Catch up on some z’s in nap rooms

By Kendall Tich

With the job market down and the stress level of employed Americans at an all time high, many employees are unable to get an adequate amount of sleep each night.

With the increasing number of employees out sick or those who are tired while on the job, companies are beginning to introduce “nap rooms.”

These rooms are designed for employees to grab a quick nap in between work activities in hopes of making them more productive while awake.

Companies such as The Huffington Post and Nationwide Planning Associates have created these rooms and the trend seems to be catching on in other companies across the country as well.

Many question the impact that a nap can have on the rest of your day. Dr. Steven Feinsliver, the director of the Mount Sinai Center for Sleep Medicine believes in the importance of naps if you cannot get enough sleep the night before.

“We all get sleepy in the mid afternoon, and it looks like our body blocks are winding down a little bit then” said Feinsliver. “If you need an extra two hours of sleep, getting a half an hour is good, and it helps.”

For Huffington Post founder and President Arianna Huffington, naps have certainly become a beneficial part of the workday.

“Sleep makes us much more productive, creative, less stressed and much healthier and happier” said Huffington.

In addition to businesses, nap rooms are becoming a part of the medical environment and are even being implemented in hospitals, particularly for emergency room doctors and nurses.

According to Steven Howard, MD at Stanford University School of Medicine, a nap can be very helpful in improving alertness and energy throughout the day.

“Napping is a very powerful, very inexpensive way of improving our work” said Howard.

Because of this, Howard has begun implementing an official napping program at the hospital at the Veterans Affairs Palo Alto Health Care System.

“This is the first time a napping program has been instituted to try to get at the problem of fatigue in the workplace for health-care workers” said Howard.

Also released from The Stanford University of Medicine was a study proving that emergency room workers and doctors in hospitals who are given time to take a nap and get extra sleep would be happier, more alert and nicer to their patients.

With nap rooms becoming an increasingly important addition to many companies nationwide, it’s impossible not to hope that universities such as our own will adopt this new system as well.

According to US News: Health, college students should be getting between eight and nine hours of sleep every night, but the majority of students get much less than that.

This same study showed that at least 50 percent of Americans are sleep deprived and young adults made up a large percent of this statistic.

Assistant Professor Philip Alapat at Baylor College of Medicine in Houston, Tex., has paid particular attention to the sleeping habits of college students and has noticed that many are not getting the recommended amount of sleep.

“Any prolonged sleep deprivation will affect your mood, energy level and ability to focus, concentrate and learn, which directly affects your academic performance” said Alapat.

Cramming late at night for an exam may seem to be the most productive option, but it appears to only be hurting the student. When you don’t get enough sleep, you become cranky and depressed and are also leaving yourself more vulnerable to getting sick repeatedly — perhaps the source of the recent flu that has left many USD students bedridden.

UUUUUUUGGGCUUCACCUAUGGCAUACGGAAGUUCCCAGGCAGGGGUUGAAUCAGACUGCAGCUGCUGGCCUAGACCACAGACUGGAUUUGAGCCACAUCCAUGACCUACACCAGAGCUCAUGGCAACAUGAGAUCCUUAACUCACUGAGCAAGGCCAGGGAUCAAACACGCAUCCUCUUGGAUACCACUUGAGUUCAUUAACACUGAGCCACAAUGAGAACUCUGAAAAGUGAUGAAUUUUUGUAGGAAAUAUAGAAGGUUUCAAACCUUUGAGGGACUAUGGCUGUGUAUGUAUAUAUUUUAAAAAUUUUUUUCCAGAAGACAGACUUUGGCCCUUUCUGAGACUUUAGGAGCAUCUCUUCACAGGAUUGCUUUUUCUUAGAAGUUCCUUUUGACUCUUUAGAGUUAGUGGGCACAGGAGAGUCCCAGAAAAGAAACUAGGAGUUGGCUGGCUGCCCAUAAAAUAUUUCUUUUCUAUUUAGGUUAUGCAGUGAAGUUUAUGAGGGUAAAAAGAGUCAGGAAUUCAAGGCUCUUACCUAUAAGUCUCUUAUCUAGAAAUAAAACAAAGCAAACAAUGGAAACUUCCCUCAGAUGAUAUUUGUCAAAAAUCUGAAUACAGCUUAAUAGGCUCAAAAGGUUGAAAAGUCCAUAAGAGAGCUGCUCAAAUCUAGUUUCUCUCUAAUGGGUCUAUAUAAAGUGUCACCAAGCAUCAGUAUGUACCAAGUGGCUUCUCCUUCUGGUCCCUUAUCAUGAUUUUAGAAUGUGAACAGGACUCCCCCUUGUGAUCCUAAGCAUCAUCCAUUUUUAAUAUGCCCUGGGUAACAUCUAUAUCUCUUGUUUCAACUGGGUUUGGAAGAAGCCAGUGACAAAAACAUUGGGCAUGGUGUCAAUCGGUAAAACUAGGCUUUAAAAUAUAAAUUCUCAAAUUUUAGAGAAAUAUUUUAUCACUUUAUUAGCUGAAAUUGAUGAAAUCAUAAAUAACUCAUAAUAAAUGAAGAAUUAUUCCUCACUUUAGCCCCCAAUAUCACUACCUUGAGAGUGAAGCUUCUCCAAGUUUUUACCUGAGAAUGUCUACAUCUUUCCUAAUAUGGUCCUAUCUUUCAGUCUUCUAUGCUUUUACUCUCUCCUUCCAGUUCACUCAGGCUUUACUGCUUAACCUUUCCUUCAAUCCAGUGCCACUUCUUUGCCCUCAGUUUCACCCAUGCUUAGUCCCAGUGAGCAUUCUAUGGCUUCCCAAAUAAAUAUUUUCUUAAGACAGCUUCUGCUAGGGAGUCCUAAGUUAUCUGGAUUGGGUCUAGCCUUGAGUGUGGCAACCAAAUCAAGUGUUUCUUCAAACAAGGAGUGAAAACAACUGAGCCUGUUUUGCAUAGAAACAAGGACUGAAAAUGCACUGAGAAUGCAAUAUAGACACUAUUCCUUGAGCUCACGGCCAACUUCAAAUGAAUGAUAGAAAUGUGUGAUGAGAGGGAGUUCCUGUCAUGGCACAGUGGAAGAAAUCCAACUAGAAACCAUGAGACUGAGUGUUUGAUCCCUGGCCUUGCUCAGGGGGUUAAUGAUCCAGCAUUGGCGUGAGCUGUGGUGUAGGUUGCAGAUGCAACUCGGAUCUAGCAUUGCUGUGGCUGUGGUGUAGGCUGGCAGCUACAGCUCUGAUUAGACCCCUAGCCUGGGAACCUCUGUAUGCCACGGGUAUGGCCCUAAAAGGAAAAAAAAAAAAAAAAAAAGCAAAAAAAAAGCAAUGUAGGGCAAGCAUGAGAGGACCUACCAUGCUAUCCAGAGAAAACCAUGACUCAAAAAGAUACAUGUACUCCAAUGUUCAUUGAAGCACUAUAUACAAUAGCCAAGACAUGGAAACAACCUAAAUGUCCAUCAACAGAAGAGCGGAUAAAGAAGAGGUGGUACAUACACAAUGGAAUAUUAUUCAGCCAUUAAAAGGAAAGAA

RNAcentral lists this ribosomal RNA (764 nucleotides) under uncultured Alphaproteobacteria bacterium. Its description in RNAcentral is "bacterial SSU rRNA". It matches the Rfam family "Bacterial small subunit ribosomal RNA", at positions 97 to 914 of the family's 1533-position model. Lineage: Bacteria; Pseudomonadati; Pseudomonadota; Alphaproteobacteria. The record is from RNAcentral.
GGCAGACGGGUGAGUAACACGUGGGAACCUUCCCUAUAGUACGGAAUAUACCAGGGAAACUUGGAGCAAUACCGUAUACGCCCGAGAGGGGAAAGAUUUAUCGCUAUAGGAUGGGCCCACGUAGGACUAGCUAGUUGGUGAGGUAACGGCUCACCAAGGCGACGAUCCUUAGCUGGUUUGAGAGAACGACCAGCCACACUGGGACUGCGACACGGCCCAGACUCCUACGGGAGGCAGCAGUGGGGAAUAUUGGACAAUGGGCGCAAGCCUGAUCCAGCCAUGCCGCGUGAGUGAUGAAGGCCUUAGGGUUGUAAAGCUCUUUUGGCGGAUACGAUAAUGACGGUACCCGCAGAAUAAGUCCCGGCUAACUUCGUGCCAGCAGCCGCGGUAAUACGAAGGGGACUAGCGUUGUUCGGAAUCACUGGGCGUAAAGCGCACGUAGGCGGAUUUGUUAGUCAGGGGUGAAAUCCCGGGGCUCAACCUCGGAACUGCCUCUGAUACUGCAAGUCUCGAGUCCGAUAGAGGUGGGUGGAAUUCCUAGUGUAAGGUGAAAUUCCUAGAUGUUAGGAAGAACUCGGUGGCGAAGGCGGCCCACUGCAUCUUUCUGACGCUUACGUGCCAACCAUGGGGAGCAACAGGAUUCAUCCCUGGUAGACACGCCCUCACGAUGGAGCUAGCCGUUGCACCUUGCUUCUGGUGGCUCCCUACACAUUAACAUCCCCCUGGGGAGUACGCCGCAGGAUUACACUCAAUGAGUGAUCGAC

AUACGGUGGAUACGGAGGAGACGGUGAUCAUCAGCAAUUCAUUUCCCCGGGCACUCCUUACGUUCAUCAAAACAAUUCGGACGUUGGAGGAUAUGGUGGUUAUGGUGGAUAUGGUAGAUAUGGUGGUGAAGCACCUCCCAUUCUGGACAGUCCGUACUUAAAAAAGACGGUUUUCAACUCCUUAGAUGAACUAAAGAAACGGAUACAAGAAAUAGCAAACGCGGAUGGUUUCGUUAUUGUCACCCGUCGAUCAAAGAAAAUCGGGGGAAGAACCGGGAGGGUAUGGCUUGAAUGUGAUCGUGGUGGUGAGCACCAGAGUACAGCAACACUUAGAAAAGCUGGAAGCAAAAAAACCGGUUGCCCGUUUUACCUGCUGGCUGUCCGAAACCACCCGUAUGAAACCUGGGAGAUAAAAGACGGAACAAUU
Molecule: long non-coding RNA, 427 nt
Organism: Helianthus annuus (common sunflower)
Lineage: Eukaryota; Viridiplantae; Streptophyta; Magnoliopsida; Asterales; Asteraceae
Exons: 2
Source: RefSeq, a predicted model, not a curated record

Although it is convenient for USD freshman and on campus residents to return to their rooms to get in a quick nap in between classes, students who commute from off campus often face the entire day with sleep deprivation since it is hard to drive back and forth all day.

Couches and chairs are an easy place to sleep but it’s difficult to snag some shuteye when there are other college students around you vigorously working on homework and studying.

Many USD students think that a nap room, similar to what the Huffington post has created, would be extremely beneficial.

“I would love to just go to a room sometime during the day and sleep in complete silence” said sophomore Julia Gautho. “I don’t live on campus so it’s hard for me to drive back and forth—I think a nap room would be an awesome idea”.

For other students, naps are the last thing on their minds. In fact, many college kids are unable to nap or already feel as though they are getting the adequate amount of sleep.

“I try to nap during the day to catch up on sleep but am usually unable to fall asleep” said sophomore Brent Lyons. “It’s usually better for me to sleep an extra hour at night than take a nap during the day.”

For those who don’t take naps, however, nap rooms can still improve the environment around them.

If students who need extra sleep are able to get a few z’s in before class, they will be more likely to project that energy on the rest of the class and create an overall better learning environment.

An increasing number of students feeling well rested and eager to participate in class can lead to more engagement and interaction in the classroom and an overall better educational community.

It seems as though large companies’ creation of nap rooms have started a trend that is beginning to expand nationwide.

As the popularity of nap rooms increases, ollege students can only hope that this concept reaches the universities so that we too can be well rested and more productive throughout the day.